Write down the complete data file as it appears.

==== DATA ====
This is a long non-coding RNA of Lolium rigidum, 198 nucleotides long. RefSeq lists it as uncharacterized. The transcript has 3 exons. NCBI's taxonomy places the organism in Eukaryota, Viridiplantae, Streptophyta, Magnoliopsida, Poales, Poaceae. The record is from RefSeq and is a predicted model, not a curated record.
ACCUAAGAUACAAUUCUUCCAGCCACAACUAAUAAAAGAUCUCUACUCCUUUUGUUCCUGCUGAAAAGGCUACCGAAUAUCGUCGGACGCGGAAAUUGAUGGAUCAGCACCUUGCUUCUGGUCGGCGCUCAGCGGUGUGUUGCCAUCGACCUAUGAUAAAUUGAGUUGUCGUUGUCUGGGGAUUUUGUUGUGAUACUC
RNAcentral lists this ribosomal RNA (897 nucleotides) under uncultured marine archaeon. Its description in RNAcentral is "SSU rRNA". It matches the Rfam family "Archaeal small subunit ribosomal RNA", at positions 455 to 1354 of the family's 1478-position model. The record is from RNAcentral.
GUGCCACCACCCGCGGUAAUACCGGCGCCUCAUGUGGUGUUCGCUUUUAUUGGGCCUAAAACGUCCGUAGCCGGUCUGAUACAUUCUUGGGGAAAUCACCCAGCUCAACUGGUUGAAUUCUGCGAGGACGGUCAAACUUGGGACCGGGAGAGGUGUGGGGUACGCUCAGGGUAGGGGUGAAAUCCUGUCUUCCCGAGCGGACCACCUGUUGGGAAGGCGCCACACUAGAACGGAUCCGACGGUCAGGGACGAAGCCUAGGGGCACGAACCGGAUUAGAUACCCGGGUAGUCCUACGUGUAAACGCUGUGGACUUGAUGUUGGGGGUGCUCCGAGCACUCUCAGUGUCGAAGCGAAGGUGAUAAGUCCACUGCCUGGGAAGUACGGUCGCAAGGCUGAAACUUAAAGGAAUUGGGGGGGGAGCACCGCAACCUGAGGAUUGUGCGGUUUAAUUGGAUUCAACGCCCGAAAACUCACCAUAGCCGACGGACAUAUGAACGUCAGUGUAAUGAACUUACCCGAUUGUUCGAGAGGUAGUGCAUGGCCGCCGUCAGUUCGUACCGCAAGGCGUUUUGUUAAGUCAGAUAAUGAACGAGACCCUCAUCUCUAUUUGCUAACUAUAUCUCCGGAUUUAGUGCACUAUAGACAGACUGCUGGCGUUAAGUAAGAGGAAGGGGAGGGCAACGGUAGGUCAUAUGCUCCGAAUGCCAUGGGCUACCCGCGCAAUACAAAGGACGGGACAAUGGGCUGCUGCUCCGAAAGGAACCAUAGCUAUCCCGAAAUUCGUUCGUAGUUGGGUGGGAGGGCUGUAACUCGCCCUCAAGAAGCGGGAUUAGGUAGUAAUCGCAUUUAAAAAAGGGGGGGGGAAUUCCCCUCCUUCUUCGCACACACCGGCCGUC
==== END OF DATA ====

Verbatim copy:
This is a long non-coding RNA of Lolium rigidum, 198 nucleotides long. RefSeq lists it as uncharacterized. The transcript has 3 exons. NCBI's taxonomy places the organism in Eukaryota, Viridiplantae, Streptophyta, Magnoliopsida, Poales, Poaceae. The record is from RefSeq and is a predicted model, not a curated record.
ACCUAAGAUACAAUUCUUCCAGCCACAACUAAUAAAAGAUCUCUACUCCUUUUGUUCCUGCUGAAAAGGCUACCGAAUAUCGUCGGACGCGGAAAUUGAUGGAUCAGCACCUUGCUUCUGGUCGGCGCUCAGCGGUGUGUUGCCAUCGACCUAUGAUAAAUUGAGUUGUCGUUGUCUGGGGAUUUUGUUGUGAUACUC
RNAcentral lists this ribosomal RNA (897 nucleotides) under uncultured marine archaeon. Its description in RNAcentral is "SSU rRNA". It matches the Rfam family "Archaeal small subunit ribosomal RNA", at positions 455 to 1354 of the family's 1478-position model. The record is from RNAcentral.
GUGCCACCACCCGCGGUAAUACCGGCGCCUCAUGUGGUGUUCGCUUUUAUUGGGCCUAAAACGUCCGUAGCCGGUCUGAUACAUUCUUGGGGAAAUCACCCAGCUCAACUGGUUGAAUUCUGCGAGGACGGUCAAACUUGGGACCGGGAGAGGUGUGGGGUACGCUCAGGGUAGGGGUGAAAUCCUGUCUUCCCGAGCGGACCACCUGUUGGGAAGGCGCCACACUAGAACGGAUCCGACGGUCAGGGACGAAGCCUAGGGGCACGAACCGGAUUAGAUACCCGGGUAGUCCUACGUGUAAACGCUGUGGACUUGAUGUUGGGGGUGCUCCGAGCACUCUCAGUGUCGAAGCGAAGGUGAUAAGUCCACUGCCUGGGAAGUACGGUCGCAAGGCUGAAACUUAAAGGAAUUGGGGGGGGAGCACCGCAACCUGAGGAUUGUGCGGUUUAAUUGGAUUCAACGCCCGAAAACUCACCAUAGCCGACGGACAUAUGAACGUCAGUGUAAUGAACUUACCCGAUUGUUCGAGAGGUAGUGCAUGGCCGCCGUCAGUUCGUACCGCAAGGCGUUUUGUUAAGUCAGAUAAUGAACGAGACCCUCAUCUCUAUUUGCUAACUAUAUCUCCGGAUUUAGUGCACUAUAGACAGACUGCUGGCGUUAAGUAAGAGGAAGGGGAGGGCAACGGUAGGUCAUAUGCUCCGAAUGCCAUGGGCUACCCGCGCAAUACAAAGGACGGGACAAUGGGCUGCUGCUCCGAAAGGAACCAUAGCUAUCCCGAAAUUCGUUCGUAGUUGGGUGGGAGGGCUGUAACUCGCCCUCAAGAAGCGGGAUUAGGUAGUAAUCGCAUUUAAAAAAGGGGGGGGGAAUUCCCCUCCUUCUUCGCACACACCGGCCGUC